No mention of whether this will actually involve chains.
Penal labour certainly isn’t uncommon, though framing it as a “chain gang” certainly is. And yet, a recent missive from the Ontario PC Party—titled: “Hudak Government Will Make Prisoners Work,” and an attachment labelled “Chain Gang Backgrounder”—calls for mandatory manual labour, stating that “an Ontario PC government will not make prisoners do anything more than what hard-working Ontario families do every day–put in an honest day’s work.”
The release says that Ontarians pay for such prisoner perks as HD cable packages, cooking lessons, and yoga classes titled “Freeing the Human Spirit,” that are, appropriately enough, designed by a Zen master. Also mentioned are interactive writing workshops that “express and honour each person’s unique experiences” (as if a prisoner’s individual experience couldn’t get any more unique). Any work a prisoner does is voluntary.
For Ontario PC leader Tim Hudak and his party, the desired alternative is 40 hours of required labour such as cleaning graffiti, picking up trash, and raking leaves. This would earn prisoners credits for such perks as gym and television time and coffee. No mention is made as to whether the prisoners would actually be chained.
This enforced labour proposition is sweetened with mention of potential savings for taxpayers, though $20 million (5 per cent of the corrections budget) is being allocated to the proposed program just in case.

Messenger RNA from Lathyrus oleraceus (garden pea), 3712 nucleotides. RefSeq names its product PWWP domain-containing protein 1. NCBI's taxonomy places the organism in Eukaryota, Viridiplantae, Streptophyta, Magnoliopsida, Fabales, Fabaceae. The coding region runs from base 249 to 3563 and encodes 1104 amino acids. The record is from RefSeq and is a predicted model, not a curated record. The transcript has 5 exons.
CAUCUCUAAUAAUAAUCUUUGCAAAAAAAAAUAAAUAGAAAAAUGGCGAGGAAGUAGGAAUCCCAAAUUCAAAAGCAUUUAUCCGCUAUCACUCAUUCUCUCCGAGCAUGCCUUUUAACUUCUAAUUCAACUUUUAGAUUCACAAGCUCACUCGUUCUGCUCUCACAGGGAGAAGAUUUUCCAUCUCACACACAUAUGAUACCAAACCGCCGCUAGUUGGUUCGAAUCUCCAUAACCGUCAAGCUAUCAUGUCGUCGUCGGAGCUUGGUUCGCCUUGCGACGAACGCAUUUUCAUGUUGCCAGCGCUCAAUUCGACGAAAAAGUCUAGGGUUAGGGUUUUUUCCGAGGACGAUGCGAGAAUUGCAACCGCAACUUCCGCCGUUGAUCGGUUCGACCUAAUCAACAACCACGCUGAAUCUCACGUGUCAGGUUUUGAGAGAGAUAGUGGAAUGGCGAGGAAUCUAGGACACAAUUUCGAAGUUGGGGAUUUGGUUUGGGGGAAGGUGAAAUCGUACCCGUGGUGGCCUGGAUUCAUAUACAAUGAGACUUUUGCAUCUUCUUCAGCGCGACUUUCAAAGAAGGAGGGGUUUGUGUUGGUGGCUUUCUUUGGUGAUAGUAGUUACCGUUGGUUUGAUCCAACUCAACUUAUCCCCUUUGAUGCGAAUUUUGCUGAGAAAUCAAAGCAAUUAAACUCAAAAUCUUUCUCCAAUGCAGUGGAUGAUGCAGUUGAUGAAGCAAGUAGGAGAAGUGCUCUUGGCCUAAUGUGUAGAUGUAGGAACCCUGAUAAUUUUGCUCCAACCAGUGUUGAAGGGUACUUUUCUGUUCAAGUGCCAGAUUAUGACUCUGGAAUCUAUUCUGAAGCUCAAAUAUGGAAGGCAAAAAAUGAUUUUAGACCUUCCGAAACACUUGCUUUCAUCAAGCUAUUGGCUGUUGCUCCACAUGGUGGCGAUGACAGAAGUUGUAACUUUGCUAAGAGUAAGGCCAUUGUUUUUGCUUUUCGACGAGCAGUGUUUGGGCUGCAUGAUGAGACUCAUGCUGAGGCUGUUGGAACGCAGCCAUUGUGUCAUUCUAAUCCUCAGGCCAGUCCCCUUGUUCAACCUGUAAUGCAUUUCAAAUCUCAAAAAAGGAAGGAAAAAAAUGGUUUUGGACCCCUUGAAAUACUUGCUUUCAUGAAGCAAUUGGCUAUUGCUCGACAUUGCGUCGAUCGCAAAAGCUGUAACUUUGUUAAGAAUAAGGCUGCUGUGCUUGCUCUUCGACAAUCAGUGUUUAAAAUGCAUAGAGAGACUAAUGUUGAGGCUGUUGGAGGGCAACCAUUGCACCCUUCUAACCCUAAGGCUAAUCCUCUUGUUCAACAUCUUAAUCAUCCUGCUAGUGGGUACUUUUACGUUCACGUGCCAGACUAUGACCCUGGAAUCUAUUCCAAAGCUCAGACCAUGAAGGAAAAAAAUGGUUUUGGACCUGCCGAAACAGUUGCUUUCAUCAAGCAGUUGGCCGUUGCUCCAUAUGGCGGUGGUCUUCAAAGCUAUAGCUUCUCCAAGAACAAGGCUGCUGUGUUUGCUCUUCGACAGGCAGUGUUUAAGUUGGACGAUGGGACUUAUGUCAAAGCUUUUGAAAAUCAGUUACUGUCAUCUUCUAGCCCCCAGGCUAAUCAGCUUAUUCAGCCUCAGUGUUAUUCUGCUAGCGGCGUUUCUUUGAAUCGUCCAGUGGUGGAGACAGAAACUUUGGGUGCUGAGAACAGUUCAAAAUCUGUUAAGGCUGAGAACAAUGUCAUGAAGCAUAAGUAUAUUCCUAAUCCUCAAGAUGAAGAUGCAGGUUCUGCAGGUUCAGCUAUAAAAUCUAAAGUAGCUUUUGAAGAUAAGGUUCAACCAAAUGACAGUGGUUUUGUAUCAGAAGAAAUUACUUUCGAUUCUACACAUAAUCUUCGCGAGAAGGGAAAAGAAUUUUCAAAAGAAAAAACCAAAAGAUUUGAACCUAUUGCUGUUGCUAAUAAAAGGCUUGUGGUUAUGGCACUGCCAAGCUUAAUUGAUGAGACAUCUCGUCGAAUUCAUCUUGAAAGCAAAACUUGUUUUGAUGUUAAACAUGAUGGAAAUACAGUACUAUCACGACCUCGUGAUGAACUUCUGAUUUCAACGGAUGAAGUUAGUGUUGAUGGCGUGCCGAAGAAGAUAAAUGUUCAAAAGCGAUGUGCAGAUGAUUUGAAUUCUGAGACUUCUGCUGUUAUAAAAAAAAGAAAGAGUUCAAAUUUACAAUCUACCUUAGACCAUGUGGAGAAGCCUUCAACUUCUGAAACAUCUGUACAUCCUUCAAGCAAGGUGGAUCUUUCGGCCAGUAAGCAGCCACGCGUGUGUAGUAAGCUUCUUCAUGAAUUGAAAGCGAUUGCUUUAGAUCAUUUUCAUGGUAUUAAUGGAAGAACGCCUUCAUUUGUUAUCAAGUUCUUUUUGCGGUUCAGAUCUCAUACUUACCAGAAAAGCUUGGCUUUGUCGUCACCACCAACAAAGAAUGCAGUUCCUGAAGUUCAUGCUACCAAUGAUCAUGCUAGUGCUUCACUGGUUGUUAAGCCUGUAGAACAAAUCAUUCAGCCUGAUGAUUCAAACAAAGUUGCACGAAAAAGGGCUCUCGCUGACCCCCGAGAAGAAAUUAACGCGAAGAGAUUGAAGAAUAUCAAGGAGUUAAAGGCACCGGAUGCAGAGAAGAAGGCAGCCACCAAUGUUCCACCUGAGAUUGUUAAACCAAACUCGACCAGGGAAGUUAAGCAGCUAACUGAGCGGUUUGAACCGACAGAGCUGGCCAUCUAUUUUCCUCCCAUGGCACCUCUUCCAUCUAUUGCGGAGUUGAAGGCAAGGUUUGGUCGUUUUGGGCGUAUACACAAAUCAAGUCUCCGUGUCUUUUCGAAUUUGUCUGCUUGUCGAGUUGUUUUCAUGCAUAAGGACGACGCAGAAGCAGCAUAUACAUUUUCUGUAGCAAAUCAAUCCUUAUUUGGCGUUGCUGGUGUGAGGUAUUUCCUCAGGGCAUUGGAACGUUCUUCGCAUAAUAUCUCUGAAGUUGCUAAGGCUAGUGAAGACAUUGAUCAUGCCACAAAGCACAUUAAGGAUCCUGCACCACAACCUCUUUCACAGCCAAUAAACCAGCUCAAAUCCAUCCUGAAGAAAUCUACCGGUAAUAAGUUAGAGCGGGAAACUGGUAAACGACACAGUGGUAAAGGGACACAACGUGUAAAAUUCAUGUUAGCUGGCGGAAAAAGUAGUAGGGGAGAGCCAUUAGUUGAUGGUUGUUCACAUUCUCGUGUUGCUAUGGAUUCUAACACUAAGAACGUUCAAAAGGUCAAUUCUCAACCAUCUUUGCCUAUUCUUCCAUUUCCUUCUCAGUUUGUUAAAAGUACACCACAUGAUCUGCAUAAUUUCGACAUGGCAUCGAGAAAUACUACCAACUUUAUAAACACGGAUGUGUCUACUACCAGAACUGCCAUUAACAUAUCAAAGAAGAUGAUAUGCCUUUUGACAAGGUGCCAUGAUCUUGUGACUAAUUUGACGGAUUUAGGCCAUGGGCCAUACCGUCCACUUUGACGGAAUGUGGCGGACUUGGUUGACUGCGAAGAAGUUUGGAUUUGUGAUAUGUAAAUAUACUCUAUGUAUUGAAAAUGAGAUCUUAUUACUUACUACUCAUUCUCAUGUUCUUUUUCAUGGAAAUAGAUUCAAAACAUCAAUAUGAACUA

And yet, the median sentence of inmates in Ontario prisons is 20 days, according to Anthony Doob, a criminology professor at the University of Toronto. Around 100,000 prisoners are admitted every year into Ontario’s prisons; only approximately 31,000 are sentenced. Of this number, 57 per cent are incarcerated for less than a month.
This makes rehabilitation of prisoners through a hard day’s work, or simply the teaching of a transferable skill, pretty much a non-issue (though what exactly raking leaves and mowing grass would qualify a prisoner for is questionable).
Tim Hudak’s PCs may have in mind U.S. penal labour programs that occupy long-term prisoners in such trades as telemarketing and garment manufacturing (of lingerie, no less). But, as it stands, Ontario provincial prisons only take on inmates with sentences of less than two years (and most are there less than a month). Anyone with a longer sentence goes to federal prison.
Said Doob, “The image that [the Ontario PC party is] trying to portray is that these are tough, nasty people and we’re going to make them work for a living.” And yet, hardened criminals will largely not be eligible for this proposed program.
It’s likely that Hudak is looking to appeal to those who approve of Stephen Harper’s tough-on-crime agenda, captured most eloquently by the sweeping omnibus bill currently before parliament, which would implement a three strikes policy and longer drug-related sentences—measures in use by our neighbours to the south.
There’s also the allure of saving the average person a buck, though Doob cautions that the proposed program would be hampered by attendant costs such as providing guards, transportation, and other supports for prisoners leaving jails to work. “We as taxpayers will end up paying more for services done for ‘free’ by prisoners than if we had a municipal labourer perform these services,” he said.
There’s also the issue of whether, with rising unemployment in Ontario, Hudak’s frequently cited “Ontario families” would feel comfortable with convicts edging them out of jobs.
Even more uncomfortable is the issue of how to manage compensation and working standards for a population with no bargaining power. Ontario prisoners may be only behind bars for the briefest “Hi, how are you, and good-day,” but it’s the principle of it that really matters, especially when framed in the context of something so archaic.